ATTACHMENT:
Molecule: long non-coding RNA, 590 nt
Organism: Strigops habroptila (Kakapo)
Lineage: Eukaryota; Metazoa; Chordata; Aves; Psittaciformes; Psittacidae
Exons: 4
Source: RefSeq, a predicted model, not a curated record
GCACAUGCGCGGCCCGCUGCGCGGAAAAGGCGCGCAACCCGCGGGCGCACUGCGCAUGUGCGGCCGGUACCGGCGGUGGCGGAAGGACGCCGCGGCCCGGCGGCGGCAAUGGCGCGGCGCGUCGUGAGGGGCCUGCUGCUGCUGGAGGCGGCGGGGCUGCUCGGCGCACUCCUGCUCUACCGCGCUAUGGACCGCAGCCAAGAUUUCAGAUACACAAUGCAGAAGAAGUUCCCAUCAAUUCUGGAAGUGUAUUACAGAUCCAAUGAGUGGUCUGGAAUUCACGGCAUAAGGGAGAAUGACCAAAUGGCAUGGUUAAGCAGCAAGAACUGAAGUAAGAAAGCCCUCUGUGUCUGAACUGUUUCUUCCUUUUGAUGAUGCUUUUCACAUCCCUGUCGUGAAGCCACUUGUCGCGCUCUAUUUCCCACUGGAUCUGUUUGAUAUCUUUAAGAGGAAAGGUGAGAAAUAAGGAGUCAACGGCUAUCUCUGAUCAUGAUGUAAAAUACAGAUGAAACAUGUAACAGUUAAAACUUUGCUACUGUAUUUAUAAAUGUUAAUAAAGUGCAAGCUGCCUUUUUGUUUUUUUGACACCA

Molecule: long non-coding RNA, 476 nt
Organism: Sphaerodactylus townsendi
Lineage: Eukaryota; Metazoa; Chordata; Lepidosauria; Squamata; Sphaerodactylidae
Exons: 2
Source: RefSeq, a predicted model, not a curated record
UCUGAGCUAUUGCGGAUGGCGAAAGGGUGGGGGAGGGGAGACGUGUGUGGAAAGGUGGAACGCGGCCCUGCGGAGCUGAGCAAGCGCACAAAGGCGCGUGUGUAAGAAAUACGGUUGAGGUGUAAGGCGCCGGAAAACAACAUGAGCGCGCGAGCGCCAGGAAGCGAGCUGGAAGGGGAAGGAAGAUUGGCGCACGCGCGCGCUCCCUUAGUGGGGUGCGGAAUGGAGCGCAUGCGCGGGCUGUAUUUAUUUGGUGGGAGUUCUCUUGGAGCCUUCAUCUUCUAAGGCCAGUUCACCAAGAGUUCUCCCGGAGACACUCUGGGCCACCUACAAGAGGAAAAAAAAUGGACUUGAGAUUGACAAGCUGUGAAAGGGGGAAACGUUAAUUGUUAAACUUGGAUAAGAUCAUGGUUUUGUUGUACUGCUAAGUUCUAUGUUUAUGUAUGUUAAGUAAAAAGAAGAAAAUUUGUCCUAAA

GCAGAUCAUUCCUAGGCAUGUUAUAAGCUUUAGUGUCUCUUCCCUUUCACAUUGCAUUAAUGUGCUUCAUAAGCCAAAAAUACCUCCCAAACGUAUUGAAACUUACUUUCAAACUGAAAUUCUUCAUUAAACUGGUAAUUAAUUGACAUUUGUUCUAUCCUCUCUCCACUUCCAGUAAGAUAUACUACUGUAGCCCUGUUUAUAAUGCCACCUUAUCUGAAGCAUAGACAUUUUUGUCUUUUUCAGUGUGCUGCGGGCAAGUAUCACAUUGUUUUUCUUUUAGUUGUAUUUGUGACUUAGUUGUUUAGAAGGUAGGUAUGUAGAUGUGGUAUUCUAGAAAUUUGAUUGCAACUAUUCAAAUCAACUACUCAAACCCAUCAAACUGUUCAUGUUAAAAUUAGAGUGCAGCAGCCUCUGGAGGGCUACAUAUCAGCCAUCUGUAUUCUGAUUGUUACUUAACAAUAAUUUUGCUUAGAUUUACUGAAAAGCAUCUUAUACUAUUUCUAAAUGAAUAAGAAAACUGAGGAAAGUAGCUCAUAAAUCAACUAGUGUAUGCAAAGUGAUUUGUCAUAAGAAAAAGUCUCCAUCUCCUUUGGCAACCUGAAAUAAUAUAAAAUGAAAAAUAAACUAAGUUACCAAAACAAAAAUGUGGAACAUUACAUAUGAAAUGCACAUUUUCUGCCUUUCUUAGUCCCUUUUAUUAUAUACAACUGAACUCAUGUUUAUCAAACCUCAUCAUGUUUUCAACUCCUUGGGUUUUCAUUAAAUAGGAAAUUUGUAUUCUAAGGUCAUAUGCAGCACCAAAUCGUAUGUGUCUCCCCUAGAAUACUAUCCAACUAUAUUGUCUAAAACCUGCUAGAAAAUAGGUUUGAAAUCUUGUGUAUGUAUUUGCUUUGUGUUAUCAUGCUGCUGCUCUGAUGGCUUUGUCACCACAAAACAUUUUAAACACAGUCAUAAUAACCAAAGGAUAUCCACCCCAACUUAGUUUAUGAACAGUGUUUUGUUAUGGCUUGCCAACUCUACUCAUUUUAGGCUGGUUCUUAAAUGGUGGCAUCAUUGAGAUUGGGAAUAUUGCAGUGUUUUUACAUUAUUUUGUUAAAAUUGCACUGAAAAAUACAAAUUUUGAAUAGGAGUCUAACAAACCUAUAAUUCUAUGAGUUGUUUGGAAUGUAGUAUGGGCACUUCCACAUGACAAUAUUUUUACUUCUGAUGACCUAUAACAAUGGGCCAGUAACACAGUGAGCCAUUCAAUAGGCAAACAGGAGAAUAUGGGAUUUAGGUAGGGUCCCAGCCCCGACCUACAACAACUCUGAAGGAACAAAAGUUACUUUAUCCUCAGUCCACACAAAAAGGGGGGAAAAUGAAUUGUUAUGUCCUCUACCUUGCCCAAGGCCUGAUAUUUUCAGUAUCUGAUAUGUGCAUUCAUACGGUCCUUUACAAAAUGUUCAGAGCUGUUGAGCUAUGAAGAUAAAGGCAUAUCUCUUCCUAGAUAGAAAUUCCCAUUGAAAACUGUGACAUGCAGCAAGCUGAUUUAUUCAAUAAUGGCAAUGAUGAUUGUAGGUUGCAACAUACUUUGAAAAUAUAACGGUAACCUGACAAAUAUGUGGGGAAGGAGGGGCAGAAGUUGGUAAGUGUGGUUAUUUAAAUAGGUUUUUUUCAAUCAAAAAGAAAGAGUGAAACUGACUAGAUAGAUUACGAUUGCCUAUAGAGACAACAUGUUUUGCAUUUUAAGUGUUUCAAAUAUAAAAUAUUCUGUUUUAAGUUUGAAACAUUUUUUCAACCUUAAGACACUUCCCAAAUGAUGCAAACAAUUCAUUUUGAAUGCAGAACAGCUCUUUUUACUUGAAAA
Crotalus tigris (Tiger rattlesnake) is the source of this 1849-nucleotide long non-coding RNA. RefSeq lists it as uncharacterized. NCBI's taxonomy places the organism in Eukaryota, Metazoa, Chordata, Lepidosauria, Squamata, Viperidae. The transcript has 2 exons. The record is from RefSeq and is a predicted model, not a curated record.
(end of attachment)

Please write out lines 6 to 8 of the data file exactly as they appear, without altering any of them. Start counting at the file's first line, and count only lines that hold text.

GCACAUGCGCGGCCCGCUGCGCGGAAAAGGCGCGCAACCCGCGGGCGCACUGCGCAUGUGCGGCCGGUACCGGCGGUGGCGGAAGGACGCCGCGGCCCGGCGGCGGCAAUGGCGCGGCGCGUCGUGAGGGGCCUGCUGCUGCUGGAGGCGGCGGGGCUGCUCGGCGCACUCCUGCUCUACCGCGCUAUGGACCGCAGCCAAGAUUUCAGAUACACAAUGCAGAAGAAGUUCCCAUCAAUUCUGGAAGUGUAUUACAGAUCCAAUGAGUGGUCUGGAAUUCACGGCAUAAGGGAGAAUGACCAAAUGGCAUGGUUAAGCAGCAAGAACUGAAGUAAGAAAGCCCUCUGUGUCUGAACUGUUUCUUCCUUUUGAUGAUGCUUUUCACAUCCCUGUCGUGAAGCCACUUGUCGCGCUCUAUUUCCCACUGGAUCUGUUUGAUAUCUUUAAGAGGAAAGGUGAGAAAUAAGGAGUCAACGGCUAUCUCUGAUCAUGAUGUAAAAUACAGAUGAAACAUGUAACAGUUAAAACUUUGCUACUGUAUUUAUAAAUGUUAAUAAAGUGCAAGCUGCCUUUUUGUUUUUUUGACACCA

Molecule: long non-coding RNA, 476 nt
Organism: Sphaerodactylus townsendi